Our fundraising is mainly through generous donations of friends, colleagues and those who have loved ones affected by Alzheimer’s. Several of our team members use social media as a way to branch out to their network.
Our family has a mini mart in McCloud, CA, which my dad still owns and operates. In the summer, we have a friendly competition with the employees, who are also team members, to raise funds through flower donations.
Our local Alzheimer’s Association chapter provides the paper flowers. They are sold and displayed throughout the store. The town of McCloud and our vendors have been very generous and supportive of our Walk team.
For new Walk participants, I would advise them to just ask. Use the tools that the Association provides, especially social media (Facebook). Reach out and do not be afraid to ask. We all know someone, whether it is a family member, or friend, whose life has been impacted.
What is your favorite part of Walk day?
In the past, I think there was a misconception about the Walk: that it would be depressing and not uplifting. It is so much more than that. My mom loved the Walk.
I enjoy seeing people come together with their family and friends. There is so much joy.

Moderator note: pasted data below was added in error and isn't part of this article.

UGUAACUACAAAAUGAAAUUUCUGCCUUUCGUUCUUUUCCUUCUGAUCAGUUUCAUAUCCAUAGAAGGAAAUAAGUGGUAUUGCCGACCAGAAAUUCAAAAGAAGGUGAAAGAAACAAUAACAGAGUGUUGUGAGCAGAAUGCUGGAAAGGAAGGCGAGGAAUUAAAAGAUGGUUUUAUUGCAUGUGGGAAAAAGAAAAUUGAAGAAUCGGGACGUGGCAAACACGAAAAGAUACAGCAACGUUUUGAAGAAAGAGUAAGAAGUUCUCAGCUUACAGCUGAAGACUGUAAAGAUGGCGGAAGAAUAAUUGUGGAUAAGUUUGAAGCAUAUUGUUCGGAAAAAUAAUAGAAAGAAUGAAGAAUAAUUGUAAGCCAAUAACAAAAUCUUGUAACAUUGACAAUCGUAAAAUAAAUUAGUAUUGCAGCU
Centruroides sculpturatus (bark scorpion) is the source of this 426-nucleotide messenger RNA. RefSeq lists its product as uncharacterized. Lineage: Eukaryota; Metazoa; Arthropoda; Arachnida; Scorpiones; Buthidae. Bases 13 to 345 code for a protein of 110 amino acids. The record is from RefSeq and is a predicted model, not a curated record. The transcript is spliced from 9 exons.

What suggestions do you have for other families:
When Mom was first diagnosed, no one talked about it. We were not told about resources such as the Alzheimer’s Association 24/7 Helpline (800-272-3900), support groups or any other assistance that was available.
We did not talk about it. As time went on, we would talk more and we were provided more information.
If I could give anyone advice, I would say this: talk about it. Talk about it as a family. Most importantly, talk with your loved one who is living with dementia.
This disease can be very lonely and many times the person is silenced in a crowd. Spend time with them, build new memories and write down the stories. There are times when you want to cry but you laugh instead. You will not regret taking time with your person, but you will regret that you didn’t.
Everyone has a story. Alzheimer’s should not define your person. Tell their story. Be their voice. Hold your loved one and say I love you often.Loni invites you to join her team, Good Ol Phyl, at the 2022 Walk to End Alzheimer’s in Redding on September 24. Not near Redding? Find your walk at alz.org/walk.